As two different Radiohead releases this month prove, rock boxed sets aren't becoming any more sensible. The "discbox" version of the band's new record, In Rainbows, is stuffed with extras, from useful (music) through aimless (booklets and artwork) to mystifyingly redundant (the album on CD, 12-inch vinyl, and MP3). Meanwhile, Radiohead's former label, EMI, is cashing in on the free-download delirium by releasing the band's entire back catalog as both a traditional bunch-of-CDs-in-a-box package and as a newfangled four-gigabyte USB thingy (look, kids, plug it into your Interweb!).
It's all George Harrison's fault. When he added an extra "jam session" disc to his already-double-length All Things Must Pass in 1970, thus creating the world's first triple album, record companies were awakened to the profits to be made from such additions. It took two further inventions in the 1980s — compact discs and nostalgia — for the trend to really take off. Suddenly, artists' back catalogs were being repackaged as grand "boxed sets" with all sorts of extra features, ranging in pointlessness from bonus tracks to the box itself.
For example, when the Beatles finally got round to releasing the U.S. versions of their early records on CD in 2004 (essentially the same as the previously released U.K. versions, but with the tracks in a slightly different order), each one could have fit on a single disc. Instead, the eight albums were packaged into a pair of grand collections portentously titled Capitol Albums Volumes 1 and 2, which were padded out with separate mono and stereo versions of each disc to justify the bloated price tag. Ker-ching! Of course, it didn't help that the band had already released every rarity worth listening to (and a lot more besides) on the three-double-CD Anthology series.
The boxed-set phenomenon isn't restricted to big-name acts, as Japanese experimental musician Merzbow proved in 2000. However, his Merzbox demonstrated that a little imagination goes a long way. Not only did it contain 50 CDs (20 of which contained music previously unreleased in any format), it also included such unusual extras as a medallion and a rather stylish leather fetish box. Radiohead, take note.
While most artists construct boxed sets using an entire career's worth of releases, the Beach Boys marked a new high point of musical excess in 1998 by creating one from a single album. The Pet Sounds Sessions took the 13-track original record and turned it into a 90-track, four-CD monster. In addition to stereo, mono, and a cappella versions of every original song, fans could finally hear such treasures as "Highlights from tracking date," "Stereo backing track," "Promotional Spot #1," "Promotional Spot #2," "Original speed, stereo mix," and "Original speed, mono mix" — all variations of just one song, appropriately "Caroline, No."
But in 2000 the nonsurfing surfers were beaten to the title of most needlessly overinflated single-album collection. The Stooges' 1970: The Complete Funhouse Sessions takes the concept of "complete" a little too literally by filling seven CDs with every minute of studio time used to record the original 36-minute Funhouse. This means, for example, that you get to hear 31 individual takes of the song "Loose" (at least 30 of which have previously been deemed inferior to the version you know and love), while almost a quarter of the total 142 tracks are simply titled "studio dialogue." What better way to spend seven hours and 52 minutes of your life?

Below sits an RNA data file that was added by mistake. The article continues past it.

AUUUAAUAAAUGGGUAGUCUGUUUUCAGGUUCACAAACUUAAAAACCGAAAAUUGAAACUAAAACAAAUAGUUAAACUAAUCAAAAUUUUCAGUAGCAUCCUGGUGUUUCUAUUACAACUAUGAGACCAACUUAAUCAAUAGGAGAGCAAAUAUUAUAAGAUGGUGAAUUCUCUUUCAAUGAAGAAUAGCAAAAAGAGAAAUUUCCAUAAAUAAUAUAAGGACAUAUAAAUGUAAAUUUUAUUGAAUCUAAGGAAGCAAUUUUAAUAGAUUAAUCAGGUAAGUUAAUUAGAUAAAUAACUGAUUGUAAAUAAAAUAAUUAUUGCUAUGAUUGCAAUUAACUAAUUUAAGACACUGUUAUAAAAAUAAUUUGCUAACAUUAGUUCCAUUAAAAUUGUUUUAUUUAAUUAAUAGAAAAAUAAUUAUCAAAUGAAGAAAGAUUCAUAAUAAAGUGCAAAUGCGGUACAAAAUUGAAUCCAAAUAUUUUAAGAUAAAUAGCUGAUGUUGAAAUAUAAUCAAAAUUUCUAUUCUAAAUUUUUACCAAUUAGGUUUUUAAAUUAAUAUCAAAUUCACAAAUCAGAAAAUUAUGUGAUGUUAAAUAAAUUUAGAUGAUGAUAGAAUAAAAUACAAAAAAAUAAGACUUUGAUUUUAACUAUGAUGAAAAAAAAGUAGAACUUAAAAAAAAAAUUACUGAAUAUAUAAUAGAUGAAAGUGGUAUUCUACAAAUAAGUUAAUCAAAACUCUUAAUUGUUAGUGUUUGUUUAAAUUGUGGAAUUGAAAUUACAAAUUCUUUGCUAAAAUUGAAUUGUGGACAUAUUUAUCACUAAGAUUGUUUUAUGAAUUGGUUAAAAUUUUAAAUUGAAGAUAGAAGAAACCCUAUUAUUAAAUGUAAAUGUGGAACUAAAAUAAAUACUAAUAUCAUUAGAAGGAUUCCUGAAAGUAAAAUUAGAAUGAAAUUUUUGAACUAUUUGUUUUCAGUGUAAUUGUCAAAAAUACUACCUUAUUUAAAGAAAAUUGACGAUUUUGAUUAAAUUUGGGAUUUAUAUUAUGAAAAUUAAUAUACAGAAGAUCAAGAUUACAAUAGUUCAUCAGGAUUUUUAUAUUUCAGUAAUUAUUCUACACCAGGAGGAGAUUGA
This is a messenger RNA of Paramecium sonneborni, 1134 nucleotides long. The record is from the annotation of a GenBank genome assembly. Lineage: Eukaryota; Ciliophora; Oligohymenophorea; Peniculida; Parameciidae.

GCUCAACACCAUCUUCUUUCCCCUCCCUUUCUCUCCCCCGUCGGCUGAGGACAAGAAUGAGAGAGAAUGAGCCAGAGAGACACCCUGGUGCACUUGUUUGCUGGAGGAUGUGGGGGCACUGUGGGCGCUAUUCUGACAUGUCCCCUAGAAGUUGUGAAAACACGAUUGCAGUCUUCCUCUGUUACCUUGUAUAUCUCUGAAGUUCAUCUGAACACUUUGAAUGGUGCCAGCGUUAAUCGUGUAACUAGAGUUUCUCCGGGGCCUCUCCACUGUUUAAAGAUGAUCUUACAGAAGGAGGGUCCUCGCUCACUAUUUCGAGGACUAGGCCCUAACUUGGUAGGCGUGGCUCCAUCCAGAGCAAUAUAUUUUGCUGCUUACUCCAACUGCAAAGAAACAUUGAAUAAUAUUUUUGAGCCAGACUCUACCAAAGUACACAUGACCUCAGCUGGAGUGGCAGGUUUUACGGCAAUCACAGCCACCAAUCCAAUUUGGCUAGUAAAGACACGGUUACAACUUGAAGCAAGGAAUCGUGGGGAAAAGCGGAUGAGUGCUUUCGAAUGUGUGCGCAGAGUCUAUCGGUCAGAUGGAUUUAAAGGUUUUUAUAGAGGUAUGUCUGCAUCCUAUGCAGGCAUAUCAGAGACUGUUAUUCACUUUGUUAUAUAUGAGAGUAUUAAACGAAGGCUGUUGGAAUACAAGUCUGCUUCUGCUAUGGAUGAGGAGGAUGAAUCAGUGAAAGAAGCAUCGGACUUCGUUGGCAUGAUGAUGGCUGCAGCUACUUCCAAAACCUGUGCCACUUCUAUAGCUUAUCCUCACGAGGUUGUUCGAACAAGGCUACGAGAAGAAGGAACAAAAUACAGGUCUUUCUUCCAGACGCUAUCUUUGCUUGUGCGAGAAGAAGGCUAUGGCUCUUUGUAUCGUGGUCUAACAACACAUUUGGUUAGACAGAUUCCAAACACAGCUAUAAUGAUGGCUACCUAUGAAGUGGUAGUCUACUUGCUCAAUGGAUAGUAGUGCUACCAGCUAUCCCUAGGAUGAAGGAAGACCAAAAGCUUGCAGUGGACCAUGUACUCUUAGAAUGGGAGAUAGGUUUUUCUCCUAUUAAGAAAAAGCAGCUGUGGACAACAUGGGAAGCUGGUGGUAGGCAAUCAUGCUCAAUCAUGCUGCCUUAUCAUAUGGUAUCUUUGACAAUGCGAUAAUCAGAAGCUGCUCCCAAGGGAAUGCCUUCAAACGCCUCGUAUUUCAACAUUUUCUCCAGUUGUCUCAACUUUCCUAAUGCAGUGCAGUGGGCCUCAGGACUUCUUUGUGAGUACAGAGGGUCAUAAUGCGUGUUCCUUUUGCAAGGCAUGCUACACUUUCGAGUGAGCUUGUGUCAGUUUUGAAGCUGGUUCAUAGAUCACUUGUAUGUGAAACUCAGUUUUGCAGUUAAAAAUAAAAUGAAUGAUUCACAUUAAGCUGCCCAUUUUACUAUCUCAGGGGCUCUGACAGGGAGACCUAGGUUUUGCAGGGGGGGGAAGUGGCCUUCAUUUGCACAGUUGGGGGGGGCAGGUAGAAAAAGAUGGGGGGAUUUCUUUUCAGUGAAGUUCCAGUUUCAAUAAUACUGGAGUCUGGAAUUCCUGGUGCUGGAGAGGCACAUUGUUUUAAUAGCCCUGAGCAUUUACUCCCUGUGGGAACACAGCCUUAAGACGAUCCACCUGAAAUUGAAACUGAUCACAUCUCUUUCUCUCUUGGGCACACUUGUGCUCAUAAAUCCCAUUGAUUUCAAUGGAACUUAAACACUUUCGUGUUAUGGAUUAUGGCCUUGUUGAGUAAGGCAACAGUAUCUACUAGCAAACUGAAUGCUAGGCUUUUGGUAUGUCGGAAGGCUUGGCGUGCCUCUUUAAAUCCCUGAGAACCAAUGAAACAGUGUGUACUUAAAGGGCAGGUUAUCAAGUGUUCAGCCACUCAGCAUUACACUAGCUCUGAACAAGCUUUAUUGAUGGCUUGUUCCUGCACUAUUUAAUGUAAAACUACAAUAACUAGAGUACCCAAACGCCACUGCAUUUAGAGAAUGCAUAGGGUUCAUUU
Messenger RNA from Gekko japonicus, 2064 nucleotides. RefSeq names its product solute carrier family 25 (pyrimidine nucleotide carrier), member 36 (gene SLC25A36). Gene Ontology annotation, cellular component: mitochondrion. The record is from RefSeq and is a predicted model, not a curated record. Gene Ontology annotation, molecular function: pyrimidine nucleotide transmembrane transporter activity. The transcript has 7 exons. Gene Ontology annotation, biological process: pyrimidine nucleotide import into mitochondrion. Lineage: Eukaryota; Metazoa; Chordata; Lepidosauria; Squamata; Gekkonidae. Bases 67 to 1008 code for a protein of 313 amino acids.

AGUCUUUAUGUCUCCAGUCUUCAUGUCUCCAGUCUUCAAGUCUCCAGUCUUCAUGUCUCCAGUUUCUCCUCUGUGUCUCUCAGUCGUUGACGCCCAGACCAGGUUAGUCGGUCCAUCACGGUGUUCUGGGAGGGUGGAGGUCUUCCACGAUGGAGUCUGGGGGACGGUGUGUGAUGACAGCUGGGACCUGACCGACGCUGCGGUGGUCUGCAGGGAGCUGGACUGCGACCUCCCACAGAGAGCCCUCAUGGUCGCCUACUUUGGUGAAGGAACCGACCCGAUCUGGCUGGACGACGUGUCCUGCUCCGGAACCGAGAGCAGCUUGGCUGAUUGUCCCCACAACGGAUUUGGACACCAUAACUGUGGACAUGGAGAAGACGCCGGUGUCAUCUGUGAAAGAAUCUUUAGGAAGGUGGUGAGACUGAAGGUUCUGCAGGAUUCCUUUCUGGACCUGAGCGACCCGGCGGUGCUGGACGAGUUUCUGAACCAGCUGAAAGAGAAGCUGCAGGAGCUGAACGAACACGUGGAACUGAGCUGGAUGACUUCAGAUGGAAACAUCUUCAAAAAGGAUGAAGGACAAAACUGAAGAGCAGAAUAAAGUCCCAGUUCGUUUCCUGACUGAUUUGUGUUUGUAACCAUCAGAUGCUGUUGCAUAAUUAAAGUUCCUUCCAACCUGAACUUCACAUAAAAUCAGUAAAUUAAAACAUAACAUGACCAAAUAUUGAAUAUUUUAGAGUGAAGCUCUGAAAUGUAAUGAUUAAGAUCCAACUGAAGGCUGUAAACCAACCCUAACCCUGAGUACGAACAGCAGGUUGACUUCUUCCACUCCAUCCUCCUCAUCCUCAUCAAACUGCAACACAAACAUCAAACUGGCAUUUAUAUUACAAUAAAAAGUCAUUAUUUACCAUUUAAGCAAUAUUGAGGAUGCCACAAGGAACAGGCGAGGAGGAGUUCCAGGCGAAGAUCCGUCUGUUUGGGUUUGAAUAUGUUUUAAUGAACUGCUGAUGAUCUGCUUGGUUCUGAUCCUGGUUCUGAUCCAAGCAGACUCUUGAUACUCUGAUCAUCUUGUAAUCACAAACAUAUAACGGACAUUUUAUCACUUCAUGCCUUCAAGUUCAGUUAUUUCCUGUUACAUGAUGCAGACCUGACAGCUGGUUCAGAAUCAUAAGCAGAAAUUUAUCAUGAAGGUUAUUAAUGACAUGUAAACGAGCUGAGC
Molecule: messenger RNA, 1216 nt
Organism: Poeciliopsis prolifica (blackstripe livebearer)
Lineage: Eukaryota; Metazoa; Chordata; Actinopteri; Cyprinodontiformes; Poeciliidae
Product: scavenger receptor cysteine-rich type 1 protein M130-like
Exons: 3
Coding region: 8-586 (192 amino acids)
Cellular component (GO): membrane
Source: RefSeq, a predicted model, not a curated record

For fans fearing overkill, help is at hand. Nirvana's four-disc, 61-track collection of rarities, With the Lights Out, is the best-selling box set of all time, but it is also notable for being rereleased as a shorter, more sensible 19-track single CD, Sliver: The Best of the Box, for those unwilling to trawl through all of the never-intended-for-release nuggets included in the original. Now there's a good idea.
Exclusive Bonus Limited-Edition Extra Section
Away from the world of rock, jazz artists have traditionally been better served by lovingly compiled boxed sets, particularly as alternate takes of improvised tracks are likely to be significantly different from one another. Most notably, the eight-boxed-set Miles Davis series issued through Sony's Columbia/Legacy imprint is a stunning achievement. Released over an 11-year period, concluding with this year's The Complete On the Corner Sessions, the sets together total 43 CDs, and range from the three-disc Complete In a Silent Way Sessions to Seven Steps: The Complete Columbia Recordings 1963-1964, which appropriately enough comprises seven discs.
We can but dream that Sony will one day decide to release all eight in one awesome package — and perhaps also find enough room to throw in their live Davis boxes such as The Cellar Door Sessions (six discs) and The Complete Live at the Plugged Nickel 1965 (eight discs). It's the only way any of them can ever hope to compete with the awesome 20-CD set of The Complete Miles Davis at Montreux: 1973-1991.
But for the craziest boxed sets of all, we have to turn to the world of classical music (perhaps not surprising, considering a full performance of Wagner's Ring Cycle takes about 15 hours). Depending on your budget, you can either splash out around $1,600 for the Rubinstein Collection, which gathers together the complete recordings of legendary pianist Arthur Rubinstein over the course of 94 discs. If it's value for money you're after, a special mention must go to Wolfgang Amadeus Mozart, whose Complete Works 170-CD boxed set is available from Costco for the bargain price of $99.99, which even includes free shipping.
And the best all-round boxed set of all? Possibly the Velvet Underground's 1995 Peel Slowly and See, which packages the band's four studio albums as a five-CD set, complete with first-rate hard-to-find and unreleased extra tracks. And it has a peelable banana sticker on the front. Ah, bliss ...